Note that the cathode acts as a faraday shield for the tube, but only if the amplifier input is connected to the anode terminal. There might be a schematic included with the NetIO kit's documentation, which could confirm my hypothesis. Refer to my system schematic here for comparison and technical details.

  • magicsound

    Here's the schematic which came with the documentation.

    Interesting circuit there. The high voltage seems to be supplied by a charge pump driven by a square wave signal from PB2, which turns the FET Q1 on and off. The 1 kV diode D1 allows the switched waveform to charge up C4 and C5. This can only work because the leakage current of the GM tube is very low, allowing it to build up the high voltage needed (~400 vdc)


    The signal is read by T1 from the low side (as I suspected). The output of T1 is read by INT0 of the MCU, configured as an interrupt port for fast response. When the GM tube fires, T1 conducts, and the negative pulse at its collector causes a MCU interrupt, detecting the pulse. In the absence of GM conduction, T1 is pulled up by R8, and its input is given some RF noise immunity by R6 and C6. But it is connected to the cathode, not the anode.


    That's how it looks to me. Let me know if I mis-read the circuit!

  • magicsound

    Thanks for your commentary on the circuit; unfortunately my expertise in electronics is quite lacking, so hopefully other people will be able to tell better than I can if you're correct.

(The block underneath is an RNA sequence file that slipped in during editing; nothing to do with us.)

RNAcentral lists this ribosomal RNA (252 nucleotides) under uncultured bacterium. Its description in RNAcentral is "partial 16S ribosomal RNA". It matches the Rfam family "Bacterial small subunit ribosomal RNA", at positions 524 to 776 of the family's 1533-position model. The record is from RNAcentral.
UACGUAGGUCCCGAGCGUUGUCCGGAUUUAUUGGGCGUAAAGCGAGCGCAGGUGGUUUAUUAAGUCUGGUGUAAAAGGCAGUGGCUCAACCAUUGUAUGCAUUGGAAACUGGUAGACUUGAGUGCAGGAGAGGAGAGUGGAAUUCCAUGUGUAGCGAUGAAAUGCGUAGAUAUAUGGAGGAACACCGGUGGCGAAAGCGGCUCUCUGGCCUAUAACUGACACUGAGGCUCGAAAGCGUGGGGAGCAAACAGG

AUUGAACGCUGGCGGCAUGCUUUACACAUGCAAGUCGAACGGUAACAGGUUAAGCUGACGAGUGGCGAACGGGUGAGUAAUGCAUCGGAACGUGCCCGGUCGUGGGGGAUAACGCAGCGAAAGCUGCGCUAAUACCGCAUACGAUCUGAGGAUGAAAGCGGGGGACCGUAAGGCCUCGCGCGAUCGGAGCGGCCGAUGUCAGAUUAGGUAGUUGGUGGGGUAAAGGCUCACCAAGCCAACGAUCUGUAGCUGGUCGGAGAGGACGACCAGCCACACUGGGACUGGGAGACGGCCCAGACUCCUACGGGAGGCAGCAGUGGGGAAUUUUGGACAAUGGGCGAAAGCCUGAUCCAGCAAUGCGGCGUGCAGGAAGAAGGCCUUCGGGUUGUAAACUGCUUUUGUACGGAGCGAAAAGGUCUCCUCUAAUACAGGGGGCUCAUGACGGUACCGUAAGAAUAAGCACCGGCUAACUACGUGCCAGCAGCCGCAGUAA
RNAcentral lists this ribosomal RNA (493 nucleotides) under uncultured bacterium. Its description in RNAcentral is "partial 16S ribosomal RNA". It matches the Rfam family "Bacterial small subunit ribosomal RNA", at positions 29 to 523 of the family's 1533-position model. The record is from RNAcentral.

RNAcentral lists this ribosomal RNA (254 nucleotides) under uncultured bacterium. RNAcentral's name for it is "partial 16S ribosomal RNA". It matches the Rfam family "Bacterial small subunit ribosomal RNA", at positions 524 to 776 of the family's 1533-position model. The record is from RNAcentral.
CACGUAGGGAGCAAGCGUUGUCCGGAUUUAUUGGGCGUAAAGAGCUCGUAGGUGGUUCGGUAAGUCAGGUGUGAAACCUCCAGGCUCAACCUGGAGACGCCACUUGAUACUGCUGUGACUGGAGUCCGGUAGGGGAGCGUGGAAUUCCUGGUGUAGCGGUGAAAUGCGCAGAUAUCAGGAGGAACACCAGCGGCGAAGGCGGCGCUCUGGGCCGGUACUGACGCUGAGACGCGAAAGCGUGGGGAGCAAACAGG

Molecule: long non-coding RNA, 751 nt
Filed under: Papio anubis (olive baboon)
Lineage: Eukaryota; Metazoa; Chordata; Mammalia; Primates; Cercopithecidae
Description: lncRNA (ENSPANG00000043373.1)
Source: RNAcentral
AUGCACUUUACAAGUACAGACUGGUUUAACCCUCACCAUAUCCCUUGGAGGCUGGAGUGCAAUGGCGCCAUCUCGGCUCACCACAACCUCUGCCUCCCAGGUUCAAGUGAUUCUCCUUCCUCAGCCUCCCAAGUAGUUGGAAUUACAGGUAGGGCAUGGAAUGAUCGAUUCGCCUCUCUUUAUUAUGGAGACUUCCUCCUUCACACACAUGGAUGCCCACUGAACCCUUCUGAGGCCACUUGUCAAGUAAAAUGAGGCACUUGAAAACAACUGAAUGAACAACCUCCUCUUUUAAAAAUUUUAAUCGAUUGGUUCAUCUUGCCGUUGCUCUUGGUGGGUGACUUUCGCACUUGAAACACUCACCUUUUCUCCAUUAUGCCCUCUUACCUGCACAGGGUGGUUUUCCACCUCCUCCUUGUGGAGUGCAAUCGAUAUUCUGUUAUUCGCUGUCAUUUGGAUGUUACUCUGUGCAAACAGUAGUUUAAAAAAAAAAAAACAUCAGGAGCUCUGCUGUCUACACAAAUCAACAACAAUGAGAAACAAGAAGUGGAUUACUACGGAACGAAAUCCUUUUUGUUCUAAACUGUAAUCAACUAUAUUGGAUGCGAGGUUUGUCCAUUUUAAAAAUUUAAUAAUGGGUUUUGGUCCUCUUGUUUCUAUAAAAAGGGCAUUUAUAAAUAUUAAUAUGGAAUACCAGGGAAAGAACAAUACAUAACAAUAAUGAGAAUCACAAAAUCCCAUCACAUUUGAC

I can only point out that before reversing the tube polarity, the signal in my testing room (at a time of the day when it was low) used to be ~40 CPM, which became ~85 CPM under the same conditions after reversing it. Since the total amplitude of the periodic part didn't appear to change significantly and in a relatively shielded place (but still possibly on an area which might have a higher background radioactivity than normal) just outside my house with the tube in this configuration I'm getting 40-45 CPM, I'm wondering how this noise would be affecting the base signal. I don't think it would be with a simple offset.



    EDIT: attached the data collected so far. Both files are in different formats. Initially ("geigerclicks") I logged the pulses as they came from the counter, but then ("remoteclicks") I opted to only log the number of pulses per "tick", with each tick being typically (but not necessarily) about 1 second apart.

  • I think the sensitivity of a GM tube to incident high-energy particles would be the same with either polarity. The particle creates a conduction path through the plasma, and the conduction would be the same no matter the polarity of the internal field. This would not be true of low-energy charged particles, which would not penetrate the tube wall anyway.


    One good test would be to expose the GMC to a known radioactive test source, maybe a smoke detector Am puck would work. If I'm correct, the count should be roughly the same with either polarity of the tube.